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I love sharing my health journey and all of the new things I’m learning to optimize my health and wellness. I get so excited every time I learn or try something new that works and want to share it! Recently, I’ve been learning about how eating seasonally can positively impact health, economies, and the environment.
Consuming “seasonal” foods is a fancy way of saying you choose your fruits and vegetables based on what season they are naturally ready to be harvested in. Of course, if you walk into any American grocery store, you’ll find every type of fruit and vegetable, because, thanks to GMO farming and importing, we largely have every food readily available. There is a biological reason though that watermelon tastes better in the summer and apples taste better in the fall. These foods are meant to bring us what we need in each season. Watermelon is 92%—you guessed it—water, meaning that it is one of the most hydrating foods we can eat. It makes sense that this fruit is ripest in summer, when we need extra hydration. The same goes for apples, which, as the saying goes, “keep the doctor away,” probably because they contain a high level of vitamin C—the immune booster—and ripen at the beginning of fall, right when cold season begins. Eating seasonally can boost your natural immune system and bring your body what it needs in each season. It can also boost local economies when you buy from nearby farmer’s markets, and cut down on carbon pollution because the foods you’re eating aren’t flown in on a jet. 
Now, I love mango year-round and know a lot of our food supply relies on importing and exporting. Like with everything I’ve shared about health, wellness, fitness, and life at large, I am not suggesting you’re doing something wrong by not eating seasonally, or that you need to switch to only seasonal foods all at once.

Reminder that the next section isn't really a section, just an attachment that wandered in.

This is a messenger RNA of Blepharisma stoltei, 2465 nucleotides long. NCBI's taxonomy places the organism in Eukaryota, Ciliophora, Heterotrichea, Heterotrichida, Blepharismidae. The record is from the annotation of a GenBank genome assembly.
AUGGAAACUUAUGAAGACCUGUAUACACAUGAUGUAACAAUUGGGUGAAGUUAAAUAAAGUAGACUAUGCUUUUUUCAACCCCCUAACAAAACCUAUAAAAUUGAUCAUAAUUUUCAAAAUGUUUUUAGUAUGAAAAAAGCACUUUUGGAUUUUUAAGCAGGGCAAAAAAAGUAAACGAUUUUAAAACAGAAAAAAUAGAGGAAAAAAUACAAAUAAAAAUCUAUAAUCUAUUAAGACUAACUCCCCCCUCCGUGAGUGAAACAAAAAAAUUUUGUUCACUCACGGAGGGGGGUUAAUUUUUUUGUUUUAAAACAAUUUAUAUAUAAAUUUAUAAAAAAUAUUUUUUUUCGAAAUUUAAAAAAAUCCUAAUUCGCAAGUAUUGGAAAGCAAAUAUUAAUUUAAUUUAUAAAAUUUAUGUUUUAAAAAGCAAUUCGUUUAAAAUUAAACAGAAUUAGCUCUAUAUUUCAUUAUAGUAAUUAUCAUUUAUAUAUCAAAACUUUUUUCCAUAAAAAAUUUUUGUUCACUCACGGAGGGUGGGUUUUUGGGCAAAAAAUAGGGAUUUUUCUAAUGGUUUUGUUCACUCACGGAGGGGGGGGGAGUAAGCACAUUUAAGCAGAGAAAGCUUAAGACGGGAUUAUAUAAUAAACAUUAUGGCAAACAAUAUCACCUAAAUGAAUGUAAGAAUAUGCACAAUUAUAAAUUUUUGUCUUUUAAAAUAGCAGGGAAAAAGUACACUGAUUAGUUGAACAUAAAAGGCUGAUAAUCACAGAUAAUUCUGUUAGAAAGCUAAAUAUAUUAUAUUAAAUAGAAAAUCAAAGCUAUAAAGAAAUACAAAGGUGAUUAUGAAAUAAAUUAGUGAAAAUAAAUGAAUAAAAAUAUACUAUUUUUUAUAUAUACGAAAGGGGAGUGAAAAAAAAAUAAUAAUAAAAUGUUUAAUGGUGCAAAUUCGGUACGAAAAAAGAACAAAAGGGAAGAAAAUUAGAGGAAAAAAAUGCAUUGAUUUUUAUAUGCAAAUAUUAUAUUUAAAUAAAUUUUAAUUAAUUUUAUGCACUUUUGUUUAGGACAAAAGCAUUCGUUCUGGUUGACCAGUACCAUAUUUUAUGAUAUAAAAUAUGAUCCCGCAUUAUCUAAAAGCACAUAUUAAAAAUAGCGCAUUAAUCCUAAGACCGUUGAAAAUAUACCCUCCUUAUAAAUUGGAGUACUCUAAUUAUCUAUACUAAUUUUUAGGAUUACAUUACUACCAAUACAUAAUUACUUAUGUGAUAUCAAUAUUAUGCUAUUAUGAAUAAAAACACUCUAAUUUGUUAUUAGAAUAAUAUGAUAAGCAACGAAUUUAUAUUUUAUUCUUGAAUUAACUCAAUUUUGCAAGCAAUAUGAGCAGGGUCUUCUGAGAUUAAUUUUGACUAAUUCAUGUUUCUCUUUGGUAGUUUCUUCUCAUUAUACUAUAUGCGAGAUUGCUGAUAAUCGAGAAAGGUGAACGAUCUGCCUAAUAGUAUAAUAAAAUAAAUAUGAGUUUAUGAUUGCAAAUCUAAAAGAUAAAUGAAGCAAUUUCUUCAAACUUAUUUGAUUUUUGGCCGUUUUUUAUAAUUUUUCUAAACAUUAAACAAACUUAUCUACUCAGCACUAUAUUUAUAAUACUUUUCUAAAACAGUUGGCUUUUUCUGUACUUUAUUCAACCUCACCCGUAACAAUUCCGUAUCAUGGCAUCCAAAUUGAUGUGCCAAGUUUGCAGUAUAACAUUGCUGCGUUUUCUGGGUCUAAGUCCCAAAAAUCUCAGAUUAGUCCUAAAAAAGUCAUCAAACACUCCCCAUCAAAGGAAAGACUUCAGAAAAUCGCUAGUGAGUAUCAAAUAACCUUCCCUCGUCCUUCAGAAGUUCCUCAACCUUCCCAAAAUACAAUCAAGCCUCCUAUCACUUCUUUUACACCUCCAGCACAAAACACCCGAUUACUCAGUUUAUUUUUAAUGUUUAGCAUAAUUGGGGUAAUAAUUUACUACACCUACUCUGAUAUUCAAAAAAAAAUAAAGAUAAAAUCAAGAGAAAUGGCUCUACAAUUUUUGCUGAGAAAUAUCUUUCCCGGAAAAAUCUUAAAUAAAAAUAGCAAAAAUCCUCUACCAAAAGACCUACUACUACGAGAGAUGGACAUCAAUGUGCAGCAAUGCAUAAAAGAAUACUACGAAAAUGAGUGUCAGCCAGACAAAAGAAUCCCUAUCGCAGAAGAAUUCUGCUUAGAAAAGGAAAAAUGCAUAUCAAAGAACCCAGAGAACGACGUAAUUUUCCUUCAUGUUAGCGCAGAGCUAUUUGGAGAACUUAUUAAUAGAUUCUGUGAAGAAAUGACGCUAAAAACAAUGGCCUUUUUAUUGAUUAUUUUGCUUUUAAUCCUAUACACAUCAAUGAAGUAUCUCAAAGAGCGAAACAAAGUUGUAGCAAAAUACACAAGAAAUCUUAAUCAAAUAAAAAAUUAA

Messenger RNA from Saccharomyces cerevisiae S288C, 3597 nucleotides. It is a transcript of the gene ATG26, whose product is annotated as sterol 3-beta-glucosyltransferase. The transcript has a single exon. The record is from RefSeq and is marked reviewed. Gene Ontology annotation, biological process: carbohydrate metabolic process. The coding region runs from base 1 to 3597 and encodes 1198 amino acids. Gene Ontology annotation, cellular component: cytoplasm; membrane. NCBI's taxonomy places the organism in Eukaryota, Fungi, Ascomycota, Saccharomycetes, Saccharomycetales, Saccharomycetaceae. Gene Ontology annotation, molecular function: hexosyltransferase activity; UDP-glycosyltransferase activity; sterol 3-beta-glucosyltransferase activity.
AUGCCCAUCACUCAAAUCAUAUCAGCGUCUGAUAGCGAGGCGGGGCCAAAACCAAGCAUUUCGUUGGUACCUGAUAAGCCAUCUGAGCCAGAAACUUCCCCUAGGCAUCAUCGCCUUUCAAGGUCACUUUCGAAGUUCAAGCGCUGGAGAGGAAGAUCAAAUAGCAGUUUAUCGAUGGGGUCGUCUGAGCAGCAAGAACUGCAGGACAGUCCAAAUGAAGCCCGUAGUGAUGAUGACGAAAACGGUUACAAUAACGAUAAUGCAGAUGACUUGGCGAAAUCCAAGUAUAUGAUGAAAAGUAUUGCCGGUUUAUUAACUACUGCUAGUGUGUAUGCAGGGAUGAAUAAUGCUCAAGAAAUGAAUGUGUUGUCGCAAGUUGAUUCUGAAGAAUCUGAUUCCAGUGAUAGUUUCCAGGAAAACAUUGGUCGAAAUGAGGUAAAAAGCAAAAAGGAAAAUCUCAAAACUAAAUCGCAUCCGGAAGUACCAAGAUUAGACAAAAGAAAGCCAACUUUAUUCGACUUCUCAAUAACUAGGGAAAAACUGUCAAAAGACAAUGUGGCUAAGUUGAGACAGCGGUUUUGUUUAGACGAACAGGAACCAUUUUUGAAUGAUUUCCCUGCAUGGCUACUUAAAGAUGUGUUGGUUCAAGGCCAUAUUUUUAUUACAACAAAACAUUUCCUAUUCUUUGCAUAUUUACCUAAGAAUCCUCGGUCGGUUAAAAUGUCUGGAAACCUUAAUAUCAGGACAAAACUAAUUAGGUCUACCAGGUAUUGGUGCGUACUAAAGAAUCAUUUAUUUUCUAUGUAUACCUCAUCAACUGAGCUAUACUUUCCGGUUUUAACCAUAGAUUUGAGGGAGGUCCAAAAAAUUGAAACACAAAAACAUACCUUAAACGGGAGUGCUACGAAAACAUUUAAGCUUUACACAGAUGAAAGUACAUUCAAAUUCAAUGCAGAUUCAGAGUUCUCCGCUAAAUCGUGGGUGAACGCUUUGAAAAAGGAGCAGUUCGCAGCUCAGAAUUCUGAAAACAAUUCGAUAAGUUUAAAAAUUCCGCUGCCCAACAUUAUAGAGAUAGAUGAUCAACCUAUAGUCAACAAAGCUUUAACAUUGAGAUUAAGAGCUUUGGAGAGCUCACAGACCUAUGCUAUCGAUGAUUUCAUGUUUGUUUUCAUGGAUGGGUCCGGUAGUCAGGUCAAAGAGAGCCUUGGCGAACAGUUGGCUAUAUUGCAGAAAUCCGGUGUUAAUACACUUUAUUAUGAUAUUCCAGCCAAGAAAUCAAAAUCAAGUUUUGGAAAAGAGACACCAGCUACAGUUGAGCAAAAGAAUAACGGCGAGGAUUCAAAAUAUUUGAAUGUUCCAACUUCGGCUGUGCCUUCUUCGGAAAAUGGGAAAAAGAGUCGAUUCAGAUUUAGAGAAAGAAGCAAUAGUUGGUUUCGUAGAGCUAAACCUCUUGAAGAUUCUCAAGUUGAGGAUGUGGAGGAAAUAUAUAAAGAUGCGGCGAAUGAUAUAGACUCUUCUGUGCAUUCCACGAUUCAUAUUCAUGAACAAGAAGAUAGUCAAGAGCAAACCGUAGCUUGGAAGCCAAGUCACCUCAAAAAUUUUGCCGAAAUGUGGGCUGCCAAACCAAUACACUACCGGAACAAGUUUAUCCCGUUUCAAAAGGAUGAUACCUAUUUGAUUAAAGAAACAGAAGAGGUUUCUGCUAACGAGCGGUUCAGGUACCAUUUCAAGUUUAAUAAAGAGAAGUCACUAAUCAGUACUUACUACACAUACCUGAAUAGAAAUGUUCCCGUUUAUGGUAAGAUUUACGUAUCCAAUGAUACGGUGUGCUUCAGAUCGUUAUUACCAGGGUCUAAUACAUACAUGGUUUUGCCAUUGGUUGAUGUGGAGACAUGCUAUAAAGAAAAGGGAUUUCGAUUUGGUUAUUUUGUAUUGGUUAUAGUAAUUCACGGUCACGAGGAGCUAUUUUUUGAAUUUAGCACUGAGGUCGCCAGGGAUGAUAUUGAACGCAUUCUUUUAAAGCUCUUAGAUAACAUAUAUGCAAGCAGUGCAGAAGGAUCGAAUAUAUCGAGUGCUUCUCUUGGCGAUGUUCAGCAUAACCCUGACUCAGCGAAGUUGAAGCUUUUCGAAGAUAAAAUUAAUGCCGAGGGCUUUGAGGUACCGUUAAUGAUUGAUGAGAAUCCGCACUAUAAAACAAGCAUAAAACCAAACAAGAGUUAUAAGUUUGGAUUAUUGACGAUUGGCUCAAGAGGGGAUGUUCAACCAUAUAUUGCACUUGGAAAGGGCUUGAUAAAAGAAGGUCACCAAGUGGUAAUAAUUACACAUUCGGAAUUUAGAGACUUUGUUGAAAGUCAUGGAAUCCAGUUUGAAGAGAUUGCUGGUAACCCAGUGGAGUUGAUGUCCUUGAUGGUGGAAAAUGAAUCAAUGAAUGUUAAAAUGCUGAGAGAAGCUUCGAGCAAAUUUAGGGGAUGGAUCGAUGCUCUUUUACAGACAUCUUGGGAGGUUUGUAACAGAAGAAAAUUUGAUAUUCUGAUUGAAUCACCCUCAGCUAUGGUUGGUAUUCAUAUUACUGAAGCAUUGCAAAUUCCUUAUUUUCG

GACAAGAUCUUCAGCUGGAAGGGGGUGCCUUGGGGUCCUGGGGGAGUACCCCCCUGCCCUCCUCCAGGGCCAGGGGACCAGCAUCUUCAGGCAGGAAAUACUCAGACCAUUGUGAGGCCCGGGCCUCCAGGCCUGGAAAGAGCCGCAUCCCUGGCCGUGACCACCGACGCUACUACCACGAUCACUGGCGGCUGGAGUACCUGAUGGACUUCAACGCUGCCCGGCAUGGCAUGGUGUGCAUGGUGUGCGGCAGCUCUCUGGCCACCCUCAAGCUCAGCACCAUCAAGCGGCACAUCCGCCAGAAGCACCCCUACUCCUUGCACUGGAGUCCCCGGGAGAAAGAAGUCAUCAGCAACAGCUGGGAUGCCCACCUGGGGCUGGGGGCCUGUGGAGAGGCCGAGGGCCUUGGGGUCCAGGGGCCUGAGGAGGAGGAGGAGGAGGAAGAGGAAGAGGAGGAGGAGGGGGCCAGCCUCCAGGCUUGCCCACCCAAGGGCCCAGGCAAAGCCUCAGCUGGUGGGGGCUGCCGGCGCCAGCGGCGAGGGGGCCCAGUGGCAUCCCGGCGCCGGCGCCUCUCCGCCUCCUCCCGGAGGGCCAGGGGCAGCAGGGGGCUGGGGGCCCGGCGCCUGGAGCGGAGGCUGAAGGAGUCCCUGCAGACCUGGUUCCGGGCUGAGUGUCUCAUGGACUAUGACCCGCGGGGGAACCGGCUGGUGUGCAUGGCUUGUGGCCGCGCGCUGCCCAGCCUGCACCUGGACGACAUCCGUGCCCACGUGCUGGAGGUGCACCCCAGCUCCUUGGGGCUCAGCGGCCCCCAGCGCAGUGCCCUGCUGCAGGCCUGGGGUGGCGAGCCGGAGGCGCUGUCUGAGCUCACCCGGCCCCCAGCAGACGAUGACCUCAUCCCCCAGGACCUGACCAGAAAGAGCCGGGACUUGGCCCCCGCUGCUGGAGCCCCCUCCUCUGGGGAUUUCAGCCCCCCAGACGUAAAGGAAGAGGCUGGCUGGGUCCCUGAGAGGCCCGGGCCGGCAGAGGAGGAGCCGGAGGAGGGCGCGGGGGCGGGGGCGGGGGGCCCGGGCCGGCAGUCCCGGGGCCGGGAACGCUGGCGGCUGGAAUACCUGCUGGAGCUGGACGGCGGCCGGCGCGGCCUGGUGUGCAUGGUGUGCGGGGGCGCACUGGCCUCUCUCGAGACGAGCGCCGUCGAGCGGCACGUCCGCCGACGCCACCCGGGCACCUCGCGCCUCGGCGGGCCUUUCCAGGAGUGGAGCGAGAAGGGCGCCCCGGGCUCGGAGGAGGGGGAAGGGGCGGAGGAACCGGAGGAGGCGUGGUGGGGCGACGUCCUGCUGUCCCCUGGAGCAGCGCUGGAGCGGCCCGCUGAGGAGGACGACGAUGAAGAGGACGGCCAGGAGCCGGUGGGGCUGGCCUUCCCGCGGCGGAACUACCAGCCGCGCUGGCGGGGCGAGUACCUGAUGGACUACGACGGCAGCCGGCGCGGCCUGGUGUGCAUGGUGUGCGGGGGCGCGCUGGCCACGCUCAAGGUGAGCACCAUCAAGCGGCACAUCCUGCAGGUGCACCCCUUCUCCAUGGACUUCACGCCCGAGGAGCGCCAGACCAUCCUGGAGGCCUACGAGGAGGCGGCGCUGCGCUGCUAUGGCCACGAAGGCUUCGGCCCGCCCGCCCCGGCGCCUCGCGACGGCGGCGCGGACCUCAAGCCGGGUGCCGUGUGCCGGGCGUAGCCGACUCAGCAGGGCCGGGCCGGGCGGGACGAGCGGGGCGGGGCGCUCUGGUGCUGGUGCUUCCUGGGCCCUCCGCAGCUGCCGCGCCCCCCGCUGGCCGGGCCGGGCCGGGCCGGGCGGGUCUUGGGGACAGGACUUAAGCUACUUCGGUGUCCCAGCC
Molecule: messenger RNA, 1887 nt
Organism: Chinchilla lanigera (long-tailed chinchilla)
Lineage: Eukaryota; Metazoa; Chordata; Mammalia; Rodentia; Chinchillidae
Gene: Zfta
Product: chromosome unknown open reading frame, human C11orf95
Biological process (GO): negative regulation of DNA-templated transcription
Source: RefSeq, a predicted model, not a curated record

This is one of those small changes that can make a big impact over time, and since I’m learning about it, I wanted to start this series to share what seasonal recipes I’m loving.
This week is my carrot ginger soup, the perfect warm, immune boosting, cozy meal to celebrate fall in full swing. Side note: Because it’s packed with protein and ginger, which is a natural immune-boosting super food, it also helps ward off oncoming colds. I made this soup for my mom, who was feeling under the weather one night, and after a full bowl and a solid 10 hours of sleep, she woke up feeling so much better! I highly recommend this recipe for cold nights, a quick healthy meal, or when you (or a loved one) are feeling like you’re coming down with something.
1 yellow onion, diced
3-4 large carrots, chopped
2 sticks of celery, chopped
1 thumb-nail sized chunk of ginger, diced (can sub 2 tbsp. Ground ginger if you don’t have fresh)
2 tbsp butter
1 carton of organic chicken, vegetable, or bone broth
2 cloves of garlic, minced
1 tsp salt
1 tsp pepper
***Optional: add cooked shredded chicken for extra protein!
-Brown onions and garlic in butter on low to medium heat until the onions turn translucent. Add carrots, ginger, and celery and cook for 1-2 minutes on medium heat.
-Add broth of choice (my favorite is chicken broth) and salt and pepper. Cook for 10-15 minutes on medium heat until carrots are tender when poked with a fork.
-Eat with a slice of your favorite sourdough bread and enjoy!

bowl of veggie soup
Sienna Mae Gomez